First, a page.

x Abu Dhabi, UAEMonday 22 January 2018

RAK dhow's launch may mark last of the line

Ageing RAK builder prepares for town’s final dhow to slip into history.

A team of nine men from South India worked on the dhow for two years from beginning to end.
A team of nine men from South India worked on the dhow for two years from beginning to end.

RAS AL KHAIMAH // When Ras Al Khaimah’s last dhow launches today, it will be an event without ceremony watched only by a few family members, ageing sea captains and the South Indian crew who have worked here for almost 40 years.

For 10 years, the ageing dhow builder and retired sea captain Mohammed Bu Haji has pledged that each dhow he started would be his last.

But this time, he means it.

There is no wood left in his shipyard and the craftsmen are making retirement plans.

This launch has been a family affair, attended by a handful of expatriates, grandsons sipping cola and daughters watched from a car through tinted windows.

“It’s the last one because no one in my family is interested in that,” said Mr Bu Haji’s grandson, Rashid.

“It’s not like before. Everyone has a government job. Ten years before, people came here to see it and say, ‘Oh it’s nice’. But these days, no.”

The “small” dhow measures 30 metres long, seven metres tall and 10 metres across.

A team of nine men from South India worked on it for two years from beginning to end: they cut two dozen 10-metre African logs into planks and built them into a single ship without blueprints.

Its launch was another nod to tradition: 10 days of rolling the dhow forward on ironclad wooden rollers and planks using a capstan pulley system.

Even now, the men rely on Mr Bu Haji’s insight and 50 years of experience.

Hours were spent trying to attach the rudder on Saturday. When Mr Bu Haji arrived at 5pm, he pointed his finger a few times, gave some quick instructions in a seafarer’s mix of Hindi, Malayalam and Arabic, and had the rudder mounted in an hour.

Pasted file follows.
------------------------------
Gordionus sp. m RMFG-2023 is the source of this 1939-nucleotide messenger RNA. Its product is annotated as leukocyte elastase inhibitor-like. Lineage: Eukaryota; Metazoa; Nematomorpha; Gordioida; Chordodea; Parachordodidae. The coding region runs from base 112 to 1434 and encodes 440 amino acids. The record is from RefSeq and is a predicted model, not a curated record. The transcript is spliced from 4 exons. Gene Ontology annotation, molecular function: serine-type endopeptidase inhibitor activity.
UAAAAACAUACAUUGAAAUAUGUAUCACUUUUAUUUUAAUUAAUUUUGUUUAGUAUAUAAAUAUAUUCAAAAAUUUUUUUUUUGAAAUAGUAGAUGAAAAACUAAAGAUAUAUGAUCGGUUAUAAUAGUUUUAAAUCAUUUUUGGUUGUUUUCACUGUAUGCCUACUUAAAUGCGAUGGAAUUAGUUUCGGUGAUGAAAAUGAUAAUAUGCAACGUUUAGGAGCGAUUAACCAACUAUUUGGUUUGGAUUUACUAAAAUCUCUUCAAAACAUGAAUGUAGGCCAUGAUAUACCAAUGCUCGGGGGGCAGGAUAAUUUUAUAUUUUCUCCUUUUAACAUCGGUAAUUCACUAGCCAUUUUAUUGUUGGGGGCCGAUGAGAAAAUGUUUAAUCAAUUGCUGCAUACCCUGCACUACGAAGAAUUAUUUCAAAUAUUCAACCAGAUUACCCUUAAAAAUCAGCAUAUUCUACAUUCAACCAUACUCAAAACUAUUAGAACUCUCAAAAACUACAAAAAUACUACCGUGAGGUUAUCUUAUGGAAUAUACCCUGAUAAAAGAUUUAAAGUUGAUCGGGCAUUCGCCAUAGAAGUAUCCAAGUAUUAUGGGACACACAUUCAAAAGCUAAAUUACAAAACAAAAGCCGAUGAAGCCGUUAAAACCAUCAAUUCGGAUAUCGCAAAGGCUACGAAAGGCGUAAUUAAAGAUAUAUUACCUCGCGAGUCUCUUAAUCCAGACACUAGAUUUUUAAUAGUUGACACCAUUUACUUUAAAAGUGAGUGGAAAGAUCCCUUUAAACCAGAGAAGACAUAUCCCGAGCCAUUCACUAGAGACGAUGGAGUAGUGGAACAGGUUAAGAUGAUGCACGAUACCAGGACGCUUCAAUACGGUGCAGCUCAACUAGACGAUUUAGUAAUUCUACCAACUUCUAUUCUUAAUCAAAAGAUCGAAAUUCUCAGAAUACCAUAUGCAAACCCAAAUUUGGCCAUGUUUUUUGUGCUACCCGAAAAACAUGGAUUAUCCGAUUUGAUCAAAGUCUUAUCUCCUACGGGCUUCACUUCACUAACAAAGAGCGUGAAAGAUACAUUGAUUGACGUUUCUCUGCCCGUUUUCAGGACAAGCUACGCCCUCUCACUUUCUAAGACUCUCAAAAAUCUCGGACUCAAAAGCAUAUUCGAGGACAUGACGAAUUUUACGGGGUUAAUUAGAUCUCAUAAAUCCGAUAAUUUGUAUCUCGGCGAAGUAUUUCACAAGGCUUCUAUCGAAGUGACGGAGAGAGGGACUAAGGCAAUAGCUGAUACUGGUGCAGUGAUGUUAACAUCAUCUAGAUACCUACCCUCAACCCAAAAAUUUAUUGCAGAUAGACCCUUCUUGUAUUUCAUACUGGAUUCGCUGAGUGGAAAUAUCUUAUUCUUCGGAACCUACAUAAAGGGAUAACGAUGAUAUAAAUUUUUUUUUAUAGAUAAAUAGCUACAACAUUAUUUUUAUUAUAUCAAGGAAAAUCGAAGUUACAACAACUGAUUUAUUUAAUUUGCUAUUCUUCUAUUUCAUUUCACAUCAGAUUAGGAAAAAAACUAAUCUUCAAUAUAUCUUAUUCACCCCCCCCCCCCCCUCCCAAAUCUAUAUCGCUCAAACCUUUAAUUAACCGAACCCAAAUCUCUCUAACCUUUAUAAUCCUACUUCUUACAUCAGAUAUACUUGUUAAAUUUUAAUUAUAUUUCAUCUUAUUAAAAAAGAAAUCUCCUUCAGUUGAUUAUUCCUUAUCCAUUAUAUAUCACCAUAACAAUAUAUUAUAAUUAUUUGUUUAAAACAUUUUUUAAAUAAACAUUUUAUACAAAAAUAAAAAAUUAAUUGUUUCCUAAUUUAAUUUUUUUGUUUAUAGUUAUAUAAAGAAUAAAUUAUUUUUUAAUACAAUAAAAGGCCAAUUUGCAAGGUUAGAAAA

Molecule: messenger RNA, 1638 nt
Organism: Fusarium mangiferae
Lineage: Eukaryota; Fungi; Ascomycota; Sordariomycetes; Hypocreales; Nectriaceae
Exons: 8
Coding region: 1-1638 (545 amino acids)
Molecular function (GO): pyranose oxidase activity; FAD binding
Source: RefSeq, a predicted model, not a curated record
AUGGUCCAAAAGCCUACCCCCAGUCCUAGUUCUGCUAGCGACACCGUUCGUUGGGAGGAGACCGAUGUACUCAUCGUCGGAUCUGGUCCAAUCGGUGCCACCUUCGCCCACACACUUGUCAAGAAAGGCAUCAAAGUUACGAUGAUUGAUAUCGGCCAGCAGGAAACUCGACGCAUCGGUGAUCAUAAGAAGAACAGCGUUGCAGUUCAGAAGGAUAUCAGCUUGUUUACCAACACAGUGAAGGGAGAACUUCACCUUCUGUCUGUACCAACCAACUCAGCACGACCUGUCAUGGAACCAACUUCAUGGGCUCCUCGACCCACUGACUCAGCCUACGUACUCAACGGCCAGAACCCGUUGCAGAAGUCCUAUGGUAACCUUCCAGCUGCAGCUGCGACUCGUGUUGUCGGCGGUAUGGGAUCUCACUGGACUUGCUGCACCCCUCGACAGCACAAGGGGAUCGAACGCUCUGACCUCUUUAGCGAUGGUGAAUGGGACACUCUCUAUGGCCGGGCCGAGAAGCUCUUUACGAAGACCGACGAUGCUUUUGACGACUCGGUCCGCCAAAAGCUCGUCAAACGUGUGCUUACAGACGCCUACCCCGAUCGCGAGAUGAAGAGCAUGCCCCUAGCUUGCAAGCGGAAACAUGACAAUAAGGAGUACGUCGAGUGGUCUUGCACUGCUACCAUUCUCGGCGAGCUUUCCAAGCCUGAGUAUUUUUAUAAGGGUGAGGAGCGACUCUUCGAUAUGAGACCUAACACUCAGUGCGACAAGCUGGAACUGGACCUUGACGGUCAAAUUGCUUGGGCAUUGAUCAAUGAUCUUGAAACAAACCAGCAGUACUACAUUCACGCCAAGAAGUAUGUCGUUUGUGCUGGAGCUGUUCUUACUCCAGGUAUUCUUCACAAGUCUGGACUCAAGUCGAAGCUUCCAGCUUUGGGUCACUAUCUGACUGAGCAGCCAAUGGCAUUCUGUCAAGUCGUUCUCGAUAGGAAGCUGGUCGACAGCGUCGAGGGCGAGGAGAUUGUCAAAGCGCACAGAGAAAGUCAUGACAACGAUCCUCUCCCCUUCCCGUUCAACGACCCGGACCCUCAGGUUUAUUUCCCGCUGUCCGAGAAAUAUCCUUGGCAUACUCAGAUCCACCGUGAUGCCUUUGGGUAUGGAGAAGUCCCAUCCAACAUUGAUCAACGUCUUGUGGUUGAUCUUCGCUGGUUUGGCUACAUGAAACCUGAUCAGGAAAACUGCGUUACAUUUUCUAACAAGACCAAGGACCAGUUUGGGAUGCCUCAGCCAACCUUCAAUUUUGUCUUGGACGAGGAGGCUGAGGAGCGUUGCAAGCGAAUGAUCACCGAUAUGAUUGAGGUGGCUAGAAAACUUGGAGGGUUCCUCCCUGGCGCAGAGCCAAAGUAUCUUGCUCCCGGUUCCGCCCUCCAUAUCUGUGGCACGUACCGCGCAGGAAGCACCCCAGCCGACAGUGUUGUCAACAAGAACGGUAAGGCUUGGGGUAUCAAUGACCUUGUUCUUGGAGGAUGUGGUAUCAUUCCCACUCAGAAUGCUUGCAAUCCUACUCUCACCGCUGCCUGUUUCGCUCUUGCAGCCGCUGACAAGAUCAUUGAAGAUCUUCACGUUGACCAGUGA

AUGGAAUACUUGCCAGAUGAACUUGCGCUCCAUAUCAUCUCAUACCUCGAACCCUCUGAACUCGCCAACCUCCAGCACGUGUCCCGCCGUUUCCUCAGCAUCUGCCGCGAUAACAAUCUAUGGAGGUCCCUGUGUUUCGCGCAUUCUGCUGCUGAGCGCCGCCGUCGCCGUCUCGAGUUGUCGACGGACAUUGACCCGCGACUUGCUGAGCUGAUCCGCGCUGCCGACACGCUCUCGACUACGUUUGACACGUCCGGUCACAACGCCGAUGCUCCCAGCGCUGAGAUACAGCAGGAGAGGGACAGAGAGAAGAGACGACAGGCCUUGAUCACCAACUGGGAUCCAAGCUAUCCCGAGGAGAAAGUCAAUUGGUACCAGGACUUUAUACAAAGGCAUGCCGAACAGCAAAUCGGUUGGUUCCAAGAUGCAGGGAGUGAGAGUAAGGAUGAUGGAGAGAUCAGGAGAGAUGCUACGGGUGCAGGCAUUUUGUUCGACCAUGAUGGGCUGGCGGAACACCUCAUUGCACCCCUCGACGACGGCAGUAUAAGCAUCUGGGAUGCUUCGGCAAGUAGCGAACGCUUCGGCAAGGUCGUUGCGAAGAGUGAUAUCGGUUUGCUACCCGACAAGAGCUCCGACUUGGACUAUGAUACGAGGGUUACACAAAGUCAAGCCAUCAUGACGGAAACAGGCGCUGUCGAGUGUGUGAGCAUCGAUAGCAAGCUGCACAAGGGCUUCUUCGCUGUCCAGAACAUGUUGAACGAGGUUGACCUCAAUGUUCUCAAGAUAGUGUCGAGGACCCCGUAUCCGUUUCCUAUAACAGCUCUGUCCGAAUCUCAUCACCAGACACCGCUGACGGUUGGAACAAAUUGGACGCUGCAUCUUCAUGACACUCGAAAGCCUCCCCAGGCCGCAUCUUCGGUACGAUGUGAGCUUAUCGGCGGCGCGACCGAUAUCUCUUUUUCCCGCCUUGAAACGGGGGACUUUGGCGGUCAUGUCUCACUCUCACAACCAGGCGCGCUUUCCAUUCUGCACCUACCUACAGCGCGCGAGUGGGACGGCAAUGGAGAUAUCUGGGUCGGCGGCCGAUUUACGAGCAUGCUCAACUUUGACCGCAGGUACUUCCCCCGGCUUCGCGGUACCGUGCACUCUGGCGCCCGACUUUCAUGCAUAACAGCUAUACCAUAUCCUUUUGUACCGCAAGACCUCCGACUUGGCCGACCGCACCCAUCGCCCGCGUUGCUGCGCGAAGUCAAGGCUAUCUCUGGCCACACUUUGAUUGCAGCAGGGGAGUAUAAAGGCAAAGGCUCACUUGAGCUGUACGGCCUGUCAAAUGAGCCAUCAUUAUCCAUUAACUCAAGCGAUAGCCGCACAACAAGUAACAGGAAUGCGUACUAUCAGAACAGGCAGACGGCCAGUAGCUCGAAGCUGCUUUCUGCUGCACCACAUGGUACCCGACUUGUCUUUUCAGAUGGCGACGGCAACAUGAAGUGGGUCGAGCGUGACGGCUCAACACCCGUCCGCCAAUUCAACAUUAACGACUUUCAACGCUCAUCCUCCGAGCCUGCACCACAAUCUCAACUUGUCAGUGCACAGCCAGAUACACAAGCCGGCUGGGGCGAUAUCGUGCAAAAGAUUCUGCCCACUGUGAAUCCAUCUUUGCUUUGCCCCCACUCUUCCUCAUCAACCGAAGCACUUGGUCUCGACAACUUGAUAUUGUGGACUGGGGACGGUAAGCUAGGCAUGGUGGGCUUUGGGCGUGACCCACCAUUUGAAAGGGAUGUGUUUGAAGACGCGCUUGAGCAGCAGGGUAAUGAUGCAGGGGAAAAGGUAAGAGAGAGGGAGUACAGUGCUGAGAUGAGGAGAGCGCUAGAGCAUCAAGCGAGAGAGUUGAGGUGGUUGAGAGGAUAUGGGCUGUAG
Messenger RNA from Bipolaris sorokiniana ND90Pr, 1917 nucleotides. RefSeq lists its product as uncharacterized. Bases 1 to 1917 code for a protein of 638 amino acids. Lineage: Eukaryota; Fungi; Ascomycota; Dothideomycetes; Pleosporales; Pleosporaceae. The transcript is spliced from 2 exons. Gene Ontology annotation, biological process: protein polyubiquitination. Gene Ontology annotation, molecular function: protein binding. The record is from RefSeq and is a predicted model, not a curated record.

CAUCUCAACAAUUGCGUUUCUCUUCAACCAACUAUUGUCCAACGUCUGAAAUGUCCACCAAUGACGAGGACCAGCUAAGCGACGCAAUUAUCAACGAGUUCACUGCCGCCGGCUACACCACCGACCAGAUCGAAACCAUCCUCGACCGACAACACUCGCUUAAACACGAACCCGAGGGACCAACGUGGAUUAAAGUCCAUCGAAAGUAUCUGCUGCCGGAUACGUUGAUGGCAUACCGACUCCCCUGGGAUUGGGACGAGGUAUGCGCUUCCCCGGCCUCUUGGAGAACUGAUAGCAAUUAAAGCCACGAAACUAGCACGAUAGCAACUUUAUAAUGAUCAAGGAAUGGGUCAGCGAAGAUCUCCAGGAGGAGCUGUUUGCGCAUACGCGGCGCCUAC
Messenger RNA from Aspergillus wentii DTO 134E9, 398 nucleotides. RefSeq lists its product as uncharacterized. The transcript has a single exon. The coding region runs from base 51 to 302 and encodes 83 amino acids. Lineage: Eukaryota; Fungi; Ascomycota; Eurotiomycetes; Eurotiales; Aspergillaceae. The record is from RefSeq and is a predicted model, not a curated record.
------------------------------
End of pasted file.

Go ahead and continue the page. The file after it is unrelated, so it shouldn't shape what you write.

“If anybody wants to learn I will teach them,” said Mr Bu Haji, 82.

This type of dhow is a boom – a deep ship built for carrying cargo. It will be fitted with a 540 horse power engine and will be sold for Dh2.1 million and used for trade.

“See, this is a very expensive hobby,” said Mr Bu Haji’s son Qassim, who lives in Dubai.

The family declined an early offer because they were uncertain of when, or if, it would be finished. “The problem is my father’s not here,” said Qassim, who worries about his father’s health.

Qassim and his brothers are almost superstitious about mentioning another dhow around their father. They fear he will reconsider retirement.

The crew, on the other hand, fears retirement. It is not economics but the separation.

“After living here for so many years, leaving and separating makes me very sad,” said Malekal Abdul Latif, the shipyard foreman who has worked at the yard for 37 years. “Because settling in India ... we have a roof over our heads but it troubles me somehow. Because of leaving my boss behind. He is a very decent man.”

Mr Abdul Latif lives and works on a sliver of beach that serves as Ras Al Khaimah’s last traditional dhow yard. He has built 10 to 25 “big dhows” – 800-tonne capacity monoliths that can carry cars as cargo– and countless smaller creations.

At Mr Bu Haji’s height as a dhow builder, he commanded 70 men and three cooks from Iran, India and Pakistan who worked on seven dhows at a time at a yard in Old RAK.

When Mr Abdul Latif arrived there were more than 45 men working at the dhow yard.

Most of the remaining nine-man crew have worked here for more than two decades. Their only concession to modernity in construction has been a band saw and a converted 1985 Mitzubishi Cantez fitted with a crane and a creative mechanical system.

“It’s an old vehicle,” said Mr Abdul Latif. “It’s like our boss. It still has good strength and power. Did you not see all the load it can still handle?”

Until this year, Mr Bu Haji was at the dhow yard almost every day. Now, he comes once a month.

“Just this last year he hasn’t been able to come frequently,” said Mr Abdul Latif. “Otherwise, be it morning or evening, he will be here with the workers, talking to them, because he was the engineer, foreman, boss, accountant – he was everything. He and I were the ones who handled all business these years. We didn’t have a foreman or even a driver. It was either him or me.”

Mr Bu Haji would not confirm that this would be his last dhow. He raised a finger and pointed to the skies. “Only God knows. He knows.”